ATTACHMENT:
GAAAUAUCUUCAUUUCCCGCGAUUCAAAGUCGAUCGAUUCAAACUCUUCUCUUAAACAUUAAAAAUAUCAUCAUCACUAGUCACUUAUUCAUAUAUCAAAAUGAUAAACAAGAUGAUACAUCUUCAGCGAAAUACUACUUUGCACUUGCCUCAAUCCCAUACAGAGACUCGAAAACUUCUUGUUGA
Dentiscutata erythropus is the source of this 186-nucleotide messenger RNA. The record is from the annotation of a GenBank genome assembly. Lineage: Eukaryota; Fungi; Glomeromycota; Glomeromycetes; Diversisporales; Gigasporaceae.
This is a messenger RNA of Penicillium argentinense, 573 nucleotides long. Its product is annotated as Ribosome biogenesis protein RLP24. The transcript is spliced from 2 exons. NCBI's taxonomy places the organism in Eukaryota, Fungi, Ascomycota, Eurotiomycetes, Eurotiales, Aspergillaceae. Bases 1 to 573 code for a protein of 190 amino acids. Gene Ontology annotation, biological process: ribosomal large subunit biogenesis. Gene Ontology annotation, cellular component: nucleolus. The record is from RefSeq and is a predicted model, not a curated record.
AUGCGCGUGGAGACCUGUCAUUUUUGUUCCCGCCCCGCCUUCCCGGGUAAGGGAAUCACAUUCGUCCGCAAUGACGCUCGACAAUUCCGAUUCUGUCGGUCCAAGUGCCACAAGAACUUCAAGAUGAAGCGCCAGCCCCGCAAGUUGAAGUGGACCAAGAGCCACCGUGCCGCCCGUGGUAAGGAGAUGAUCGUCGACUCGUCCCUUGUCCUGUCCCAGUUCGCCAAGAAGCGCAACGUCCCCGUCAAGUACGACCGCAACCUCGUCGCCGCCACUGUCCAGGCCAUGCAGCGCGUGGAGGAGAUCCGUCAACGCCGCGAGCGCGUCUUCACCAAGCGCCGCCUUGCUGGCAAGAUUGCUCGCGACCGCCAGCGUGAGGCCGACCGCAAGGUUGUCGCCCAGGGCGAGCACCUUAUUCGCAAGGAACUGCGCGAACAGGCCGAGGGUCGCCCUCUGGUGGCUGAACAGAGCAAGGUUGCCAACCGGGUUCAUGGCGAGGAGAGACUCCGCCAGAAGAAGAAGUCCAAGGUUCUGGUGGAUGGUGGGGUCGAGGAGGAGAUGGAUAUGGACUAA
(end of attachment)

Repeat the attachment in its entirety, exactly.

GAAAUAUCUUCAUUUCCCGCGAUUCAAAGUCGAUCGAUUCAAACUCUUCUCUUAAACAUUAAAAAUAUCAUCAUCACUAGUCACUUAUUCAUAUAUCAAAAUGAUAAACAAGAUGAUACAUCUUCAGCGAAAUACUACUUUGCACUUGCCUCAAUCCCAUACAGAGACUCGAAAACUUCUUGUUGA
Dentiscutata erythropus is the source of this 186-nucleotide messenger RNA. The record is from the annotation of a GenBank genome assembly. Lineage: Eukaryota; Fungi; Glomeromycota; Glomeromycetes; Diversisporales; Gigasporaceae.
This is a messenger RNA of Penicillium argentinense, 573 nucleotides long. Its product is annotated as Ribosome biogenesis protein RLP24. The transcript is spliced from 2 exons. NCBI's taxonomy places the organism in Eukaryota, Fungi, Ascomycota, Eurotiomycetes, Eurotiales, Aspergillaceae. Bases 1 to 573 code for a protein of 190 amino acids. Gene Ontology annotation, biological process: ribosomal large subunit biogenesis. Gene Ontology annotation, cellular component: nucleolus. The record is from RefSeq and is a predicted model, not a curated record.
AUGCGCGUGGAGACCUGUCAUUUUUGUUCCCGCCCCGCCUUCCCGGGUAAGGGAAUCACAUUCGUCCGCAAUGACGCUCGACAAUUCCGAUUCUGUCGGUCCAAGUGCCACAAGAACUUCAAGAUGAAGCGCCAGCCCCGCAAGUUGAAGUGGACCAAGAGCCACCGUGCCGCCCGUGGUAAGGAGAUGAUCGUCGACUCGUCCCUUGUCCUGUCCCAGUUCGCCAAGAAGCGCAACGUCCCCGUCAAGUACGACCGCAACCUCGUCGCCGCCACUGUCCAGGCCAUGCAGCGCGUGGAGGAGAUCCGUCAACGCCGCGAGCGCGUCUUCACCAAGCGCCGCCUUGCUGGCAAGAUUGCUCGCGACCGCCAGCGUGAGGCCGACCGCAAGGUUGUCGCCCAGGGCGAGCACCUUAUUCGCAAGGAACUGCGCGAACAGGCCGAGGGUCGCCCUCUGGUGGCUGAACAGAGCAAGGUUGCCAACCGGGUUCAUGGCGAGGAGAGACUCCGCCAGAAGAAGAAGUCCAAGGUUCUGGUGGAUGGUGGGGUCGAGGAGGAGAUGGAUAUGGACUAA